The B-25 series started life as a drawing board concept at North American Aviation, designated NA-40. Developed as a light bomber for the 'peacetime' Army Air Corps, the NA-40 was a twin-engine, twin-tailed aircraft that was competing for limited funding. The NA-40 was adopted, with some changes, as the B-25. The B-25 and B-25A were both procured in small numbers and used for training, as these aircraft were not configured with self-sealing fuel tanks and other combat necessities. The B-25B would be the first version that was combat-ready, and the RAF dubbed the aircraft as Mitchell Mk.I.
It didn't take the Army long to learn from the early Mitchells' combat experience. An improved design was ordered to incorporate more powerful versions of the Wright R-2600 engine, longer range fuel tanks, enlarged bomb bays, provisions for carriage of external weapons, and replacement of the 30 caliber machine guns with 50 caliber weapons. The ventral turret was eliminated in early production, but restored later. These new capabilities were integrated into the B-25C/D Mitchell, the first version to go into mass production. The differentiation between with C and D models were little more than the location of production - the C model was built in Inglewood, CA, while the D was built in Kansas City, MO.
The B-25C/D would also be the first version to be modified in the field for straffing duties. The nose was modified in some rather creative ways to house numerous .50 caliber machine guns inside the 'greenhouse', and additional gun packs installed on the outsides of the nose. These guns were fixed along the aircraft boresight and operated by the pilot. These straffers would play havoc with Japanese shipping and would inspire even more impressive gunships to be produced later by North American.
Accurate Miniatures has released the B-25C/D kit! Was it worth the wait? You bet! Sharing many of the same parts as their B-25B kit (as did the real aircraft), there are no lurking surprises here. The B-25B went together relatively easy (see our build-up review) and the few issues that did crop up have been addressed in some tooling modifications. I can hardly wait to try this one out!
As with the previous release, this kit is molded in light gray injection molded plastic, and sports finely engraved panel lines and details throughout. The parts are all flash-free and there are no injector pin marks in any visible locations. In fact, all of the B-25B parts are still in the kit. What is new is a tree that contains the new engine mounts and cowls, exhaust stacks, .50 caliber machine guns, external gun packs, and underwing bomb racks.
The kit still features a completely detailed interior, and while I thoroughly enjoyed detailing the inside of the kit, I was equally disappointed that little of that work was visible from the outside. Bear that in mind before you go hog wild inside your fuselage. This isn't a ding against Accurate Miniatures, quite the opposite. Kudos on them for the great work. But until they release the kit with a transparent fuselage (are you guys listening?), you simply can't see inside not enough windows.
And as with the previous release B-25B kit, the instructions are very thorough with clear diagrams and description on how to assemble your model. However, with all of the options in the kit and the variations between actual B-25C/Ds in the field, you'll want to have a few photos and references handy to properly configure your model.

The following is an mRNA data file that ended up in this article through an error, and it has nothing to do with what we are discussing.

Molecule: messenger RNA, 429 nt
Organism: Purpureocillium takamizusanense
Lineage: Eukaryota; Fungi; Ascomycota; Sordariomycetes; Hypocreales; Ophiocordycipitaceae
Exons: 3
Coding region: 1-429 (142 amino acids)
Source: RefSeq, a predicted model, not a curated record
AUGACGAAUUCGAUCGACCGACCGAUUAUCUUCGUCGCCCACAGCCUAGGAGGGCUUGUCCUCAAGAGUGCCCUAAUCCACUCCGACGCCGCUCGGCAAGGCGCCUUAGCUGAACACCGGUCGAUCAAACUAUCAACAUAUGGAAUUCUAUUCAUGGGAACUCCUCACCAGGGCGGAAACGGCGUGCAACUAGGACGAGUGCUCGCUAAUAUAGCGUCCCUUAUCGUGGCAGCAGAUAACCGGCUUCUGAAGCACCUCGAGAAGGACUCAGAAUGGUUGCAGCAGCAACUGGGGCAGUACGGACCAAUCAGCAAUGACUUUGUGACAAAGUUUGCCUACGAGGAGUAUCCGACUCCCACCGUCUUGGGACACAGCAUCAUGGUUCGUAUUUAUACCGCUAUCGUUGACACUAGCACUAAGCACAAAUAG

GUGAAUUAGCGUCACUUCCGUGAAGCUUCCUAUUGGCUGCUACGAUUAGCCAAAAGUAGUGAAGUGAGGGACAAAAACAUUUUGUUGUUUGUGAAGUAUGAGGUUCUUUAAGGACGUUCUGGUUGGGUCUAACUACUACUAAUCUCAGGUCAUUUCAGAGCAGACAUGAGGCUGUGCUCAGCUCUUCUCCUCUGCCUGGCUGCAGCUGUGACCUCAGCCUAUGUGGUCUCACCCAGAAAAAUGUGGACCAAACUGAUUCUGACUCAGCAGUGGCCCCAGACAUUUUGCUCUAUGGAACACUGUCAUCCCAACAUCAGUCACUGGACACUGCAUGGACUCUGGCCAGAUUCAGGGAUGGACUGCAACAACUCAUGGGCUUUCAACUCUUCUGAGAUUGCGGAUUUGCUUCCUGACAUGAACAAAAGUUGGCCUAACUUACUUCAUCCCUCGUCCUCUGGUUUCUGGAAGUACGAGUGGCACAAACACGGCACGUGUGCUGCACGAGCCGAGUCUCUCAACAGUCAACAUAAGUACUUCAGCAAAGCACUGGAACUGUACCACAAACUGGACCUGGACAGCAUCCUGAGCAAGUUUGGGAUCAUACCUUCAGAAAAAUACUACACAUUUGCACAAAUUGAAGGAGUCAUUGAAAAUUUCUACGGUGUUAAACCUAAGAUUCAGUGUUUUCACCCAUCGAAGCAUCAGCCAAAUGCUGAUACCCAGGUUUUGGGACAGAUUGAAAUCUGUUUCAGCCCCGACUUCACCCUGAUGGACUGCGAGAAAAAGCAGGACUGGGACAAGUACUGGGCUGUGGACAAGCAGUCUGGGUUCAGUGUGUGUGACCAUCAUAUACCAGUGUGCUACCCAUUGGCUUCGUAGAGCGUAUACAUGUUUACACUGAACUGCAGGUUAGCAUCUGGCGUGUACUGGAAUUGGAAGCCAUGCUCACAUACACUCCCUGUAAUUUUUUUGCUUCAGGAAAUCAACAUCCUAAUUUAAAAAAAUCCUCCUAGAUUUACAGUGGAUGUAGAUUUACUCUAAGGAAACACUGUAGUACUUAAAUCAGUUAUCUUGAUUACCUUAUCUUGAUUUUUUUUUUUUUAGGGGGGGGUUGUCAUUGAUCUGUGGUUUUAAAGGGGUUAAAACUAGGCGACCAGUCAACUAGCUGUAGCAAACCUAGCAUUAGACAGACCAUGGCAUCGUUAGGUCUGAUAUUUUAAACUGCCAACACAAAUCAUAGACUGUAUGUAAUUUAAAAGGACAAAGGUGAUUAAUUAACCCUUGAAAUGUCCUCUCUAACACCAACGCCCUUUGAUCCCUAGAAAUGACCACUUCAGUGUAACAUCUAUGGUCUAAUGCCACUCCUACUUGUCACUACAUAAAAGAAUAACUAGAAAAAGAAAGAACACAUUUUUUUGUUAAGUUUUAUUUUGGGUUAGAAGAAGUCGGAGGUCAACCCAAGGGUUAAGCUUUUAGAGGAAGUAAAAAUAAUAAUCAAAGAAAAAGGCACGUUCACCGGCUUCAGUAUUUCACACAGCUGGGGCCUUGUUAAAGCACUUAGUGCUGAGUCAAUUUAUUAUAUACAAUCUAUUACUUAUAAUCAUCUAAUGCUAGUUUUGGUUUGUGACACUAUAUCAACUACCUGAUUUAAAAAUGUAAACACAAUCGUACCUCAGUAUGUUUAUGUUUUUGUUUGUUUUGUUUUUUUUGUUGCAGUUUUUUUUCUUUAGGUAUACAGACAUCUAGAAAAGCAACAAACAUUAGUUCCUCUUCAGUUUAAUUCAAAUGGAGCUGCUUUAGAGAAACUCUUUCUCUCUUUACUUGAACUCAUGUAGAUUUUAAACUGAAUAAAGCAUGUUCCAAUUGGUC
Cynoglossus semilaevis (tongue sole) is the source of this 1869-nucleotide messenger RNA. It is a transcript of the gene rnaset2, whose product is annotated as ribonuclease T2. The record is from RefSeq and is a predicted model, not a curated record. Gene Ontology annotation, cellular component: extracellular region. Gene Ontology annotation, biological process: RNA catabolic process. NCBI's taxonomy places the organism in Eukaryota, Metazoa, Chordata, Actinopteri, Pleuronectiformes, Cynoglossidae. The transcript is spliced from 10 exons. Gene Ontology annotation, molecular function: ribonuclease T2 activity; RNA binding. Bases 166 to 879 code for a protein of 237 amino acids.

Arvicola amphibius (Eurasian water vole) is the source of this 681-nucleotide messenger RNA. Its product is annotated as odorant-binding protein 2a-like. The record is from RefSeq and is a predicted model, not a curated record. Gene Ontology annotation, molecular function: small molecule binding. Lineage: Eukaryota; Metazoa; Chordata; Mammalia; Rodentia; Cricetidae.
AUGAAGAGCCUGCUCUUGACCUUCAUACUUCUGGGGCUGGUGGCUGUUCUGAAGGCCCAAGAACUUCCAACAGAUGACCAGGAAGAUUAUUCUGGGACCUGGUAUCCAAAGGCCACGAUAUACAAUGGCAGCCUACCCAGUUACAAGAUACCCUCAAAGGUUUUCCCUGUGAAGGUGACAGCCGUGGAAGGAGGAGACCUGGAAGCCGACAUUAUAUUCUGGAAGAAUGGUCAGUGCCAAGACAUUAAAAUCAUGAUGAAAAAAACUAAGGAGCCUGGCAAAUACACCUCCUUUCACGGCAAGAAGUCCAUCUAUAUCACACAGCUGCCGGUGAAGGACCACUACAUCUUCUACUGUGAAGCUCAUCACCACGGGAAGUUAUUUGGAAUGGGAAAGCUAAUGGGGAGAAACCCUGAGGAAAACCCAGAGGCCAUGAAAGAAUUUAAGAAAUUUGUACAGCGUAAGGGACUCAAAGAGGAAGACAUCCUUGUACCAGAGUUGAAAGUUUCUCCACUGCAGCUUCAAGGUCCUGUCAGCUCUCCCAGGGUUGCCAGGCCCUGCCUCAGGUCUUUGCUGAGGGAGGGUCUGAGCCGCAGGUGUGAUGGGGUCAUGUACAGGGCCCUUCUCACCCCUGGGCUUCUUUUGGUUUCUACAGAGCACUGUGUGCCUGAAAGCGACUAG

I had heard some rumblings in the community about the accuracy of the engine cowlings in the B-25B kit. I was a little surprised at this, as I grabbed the cowls and embarked on a trip to visit several B-25s at the Pima Air Museum in Tucson, AZ, and the B-25 restoration mecca in Chino, CA. From what I can see, Accurate Miniatures got the cowls right. The new cowls for the C/D are just as nice too.
As you may have heard previously, Accurate Miniatures cancelled the release of their B-25G kit. Instead, they have offered the parts and decals as an upgrade kit for the B-25B or B-25C/D kits. The only thing that the conversion doesn't contain is the tree of clear parts. In fact, if you pre-ordered the B-25C/D kits directly from Accurate, they sent you a special edition B-25C/D kit that also contains the B-25G conversion and decals.
About those clear parts. As you can see in the photos, the early B-25B release had a smaller tree that had only the B-25B transparencies and some of the B-25C/D parts. In the later release of the B-25B, they provided the full set of transparencies for all three aircraft. The B-25G conversion assumes you have the later release of the B-25B or B-25C/D kit, so the transparencies are not required. If you have the early release of the B-25B (I have two), you'll need to contact Accurate Miniatures for the new parts.
One major improvement in the B-25C/D over the B-25B is the sheet of window masks. Some of the B-25B masks were too large for the windows. Not only was this corrected in the B-25C/D, they've also supplied masks to do the 'Dirty Dora' paint scheme. Good show!
With the variety of paint schemes and nose art available for the B-25C/D series, as exemplified by the great decals already issued by Aeromaster, it will be difficult to build only one of these aircraft. With the release of the B-25G conversion as well, you have some terrific options in store for your scale flightline. It is a shame that Accurate Miniatures isn't planning a B-25J to the same standards as their other Mitchells.
I can recommend these kits to anyone with better than beginner modeling skills. While I did receive the kit you are seeing here as a review sample (and my thanks to Accurate Miniatures for this!), I was one of the folks that pre-ordered two of the kits for my own flightline.
To help you along with your Mitchell projects, there are a few good titles to get you started: